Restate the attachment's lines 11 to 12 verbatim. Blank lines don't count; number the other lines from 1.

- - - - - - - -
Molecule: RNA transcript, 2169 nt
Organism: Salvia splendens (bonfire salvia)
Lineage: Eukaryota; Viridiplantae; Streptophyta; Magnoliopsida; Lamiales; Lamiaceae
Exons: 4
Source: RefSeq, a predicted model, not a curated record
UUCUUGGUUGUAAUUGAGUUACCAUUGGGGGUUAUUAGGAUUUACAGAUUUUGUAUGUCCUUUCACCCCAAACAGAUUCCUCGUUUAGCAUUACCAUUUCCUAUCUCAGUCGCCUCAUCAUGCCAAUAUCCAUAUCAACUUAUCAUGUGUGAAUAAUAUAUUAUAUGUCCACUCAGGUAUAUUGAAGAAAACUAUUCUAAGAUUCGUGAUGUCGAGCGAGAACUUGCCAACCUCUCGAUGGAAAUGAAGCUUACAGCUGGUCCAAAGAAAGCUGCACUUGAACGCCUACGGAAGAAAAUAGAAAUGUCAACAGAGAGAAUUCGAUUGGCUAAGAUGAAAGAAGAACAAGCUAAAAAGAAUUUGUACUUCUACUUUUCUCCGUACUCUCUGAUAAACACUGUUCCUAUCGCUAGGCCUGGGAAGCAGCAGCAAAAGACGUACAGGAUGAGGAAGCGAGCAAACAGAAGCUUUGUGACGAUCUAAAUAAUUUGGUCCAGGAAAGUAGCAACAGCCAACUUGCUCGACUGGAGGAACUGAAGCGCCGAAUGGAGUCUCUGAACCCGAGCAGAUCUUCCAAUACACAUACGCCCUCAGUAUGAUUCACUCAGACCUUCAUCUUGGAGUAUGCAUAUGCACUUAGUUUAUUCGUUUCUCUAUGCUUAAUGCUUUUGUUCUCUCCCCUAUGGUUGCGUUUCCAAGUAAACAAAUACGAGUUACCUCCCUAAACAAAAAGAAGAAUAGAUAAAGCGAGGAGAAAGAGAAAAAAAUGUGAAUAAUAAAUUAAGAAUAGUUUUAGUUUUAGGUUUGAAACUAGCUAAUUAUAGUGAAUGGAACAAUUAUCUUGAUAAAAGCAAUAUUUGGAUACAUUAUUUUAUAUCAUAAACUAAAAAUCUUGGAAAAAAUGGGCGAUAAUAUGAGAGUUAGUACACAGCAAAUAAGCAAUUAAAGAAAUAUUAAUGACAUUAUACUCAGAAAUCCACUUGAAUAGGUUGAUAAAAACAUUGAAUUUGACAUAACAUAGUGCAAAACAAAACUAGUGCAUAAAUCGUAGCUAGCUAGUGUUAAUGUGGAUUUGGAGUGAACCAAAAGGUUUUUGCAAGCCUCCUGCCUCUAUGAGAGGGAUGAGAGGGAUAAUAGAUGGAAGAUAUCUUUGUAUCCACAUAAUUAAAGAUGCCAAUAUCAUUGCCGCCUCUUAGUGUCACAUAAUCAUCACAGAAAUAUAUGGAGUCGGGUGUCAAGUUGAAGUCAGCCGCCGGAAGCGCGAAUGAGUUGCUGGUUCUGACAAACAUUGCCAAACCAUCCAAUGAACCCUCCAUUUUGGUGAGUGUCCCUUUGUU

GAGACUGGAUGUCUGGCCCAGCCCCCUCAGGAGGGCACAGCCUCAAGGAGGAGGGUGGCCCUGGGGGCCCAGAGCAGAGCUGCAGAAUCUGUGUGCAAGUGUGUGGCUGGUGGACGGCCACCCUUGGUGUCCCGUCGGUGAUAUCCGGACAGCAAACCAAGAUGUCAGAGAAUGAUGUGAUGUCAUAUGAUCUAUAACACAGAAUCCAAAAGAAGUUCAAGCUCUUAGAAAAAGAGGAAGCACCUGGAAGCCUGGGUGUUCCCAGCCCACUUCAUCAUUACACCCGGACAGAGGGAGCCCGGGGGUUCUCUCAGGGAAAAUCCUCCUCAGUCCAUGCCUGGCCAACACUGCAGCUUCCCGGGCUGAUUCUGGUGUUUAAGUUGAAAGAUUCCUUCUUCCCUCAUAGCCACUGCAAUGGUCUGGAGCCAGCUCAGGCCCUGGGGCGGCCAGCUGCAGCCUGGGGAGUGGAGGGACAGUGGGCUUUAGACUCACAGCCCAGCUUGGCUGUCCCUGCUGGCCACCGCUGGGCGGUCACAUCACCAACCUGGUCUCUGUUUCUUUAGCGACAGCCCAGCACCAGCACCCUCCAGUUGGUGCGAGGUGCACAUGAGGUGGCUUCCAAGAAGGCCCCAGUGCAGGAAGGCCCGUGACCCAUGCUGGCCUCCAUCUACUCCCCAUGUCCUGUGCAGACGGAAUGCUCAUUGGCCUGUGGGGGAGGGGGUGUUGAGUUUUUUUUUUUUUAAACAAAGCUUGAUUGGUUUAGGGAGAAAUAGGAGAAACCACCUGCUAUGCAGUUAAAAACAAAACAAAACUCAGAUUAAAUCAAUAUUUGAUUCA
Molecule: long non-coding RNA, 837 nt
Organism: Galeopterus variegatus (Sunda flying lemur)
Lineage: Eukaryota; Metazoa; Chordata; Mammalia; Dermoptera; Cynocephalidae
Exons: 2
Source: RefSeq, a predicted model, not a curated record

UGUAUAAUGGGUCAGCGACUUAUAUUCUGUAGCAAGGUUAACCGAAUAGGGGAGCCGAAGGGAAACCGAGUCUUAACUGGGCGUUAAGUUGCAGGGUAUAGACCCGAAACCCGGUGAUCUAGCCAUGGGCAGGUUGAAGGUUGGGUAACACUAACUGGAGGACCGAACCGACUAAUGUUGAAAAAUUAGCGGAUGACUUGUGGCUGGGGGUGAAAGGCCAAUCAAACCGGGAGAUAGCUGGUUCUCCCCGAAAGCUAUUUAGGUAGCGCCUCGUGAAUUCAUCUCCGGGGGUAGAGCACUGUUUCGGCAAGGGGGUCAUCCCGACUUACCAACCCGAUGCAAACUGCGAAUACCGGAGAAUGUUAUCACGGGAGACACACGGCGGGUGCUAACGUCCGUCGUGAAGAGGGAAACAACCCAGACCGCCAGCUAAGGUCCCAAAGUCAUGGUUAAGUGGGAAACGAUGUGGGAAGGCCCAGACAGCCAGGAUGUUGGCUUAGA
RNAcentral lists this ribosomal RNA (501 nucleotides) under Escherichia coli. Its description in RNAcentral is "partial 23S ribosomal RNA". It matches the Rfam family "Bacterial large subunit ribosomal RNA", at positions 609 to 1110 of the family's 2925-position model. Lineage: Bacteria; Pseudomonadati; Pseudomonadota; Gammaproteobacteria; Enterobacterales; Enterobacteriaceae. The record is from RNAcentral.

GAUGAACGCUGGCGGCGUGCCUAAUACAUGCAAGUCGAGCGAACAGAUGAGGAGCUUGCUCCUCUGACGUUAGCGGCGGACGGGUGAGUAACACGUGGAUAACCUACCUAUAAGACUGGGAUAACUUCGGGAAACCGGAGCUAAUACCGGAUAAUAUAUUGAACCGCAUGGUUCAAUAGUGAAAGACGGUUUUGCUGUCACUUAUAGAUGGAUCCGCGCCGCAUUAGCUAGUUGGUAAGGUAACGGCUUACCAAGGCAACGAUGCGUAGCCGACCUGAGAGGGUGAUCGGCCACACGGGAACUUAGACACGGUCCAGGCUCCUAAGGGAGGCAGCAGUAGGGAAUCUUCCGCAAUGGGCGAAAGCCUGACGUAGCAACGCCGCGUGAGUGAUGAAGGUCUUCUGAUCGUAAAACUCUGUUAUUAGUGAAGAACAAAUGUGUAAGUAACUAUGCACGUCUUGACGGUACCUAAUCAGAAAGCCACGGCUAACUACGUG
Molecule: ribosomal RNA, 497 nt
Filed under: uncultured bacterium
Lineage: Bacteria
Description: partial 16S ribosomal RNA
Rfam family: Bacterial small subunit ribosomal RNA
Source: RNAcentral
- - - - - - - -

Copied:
Exons: 2
Source: RefSeq, a predicted model, not a curated record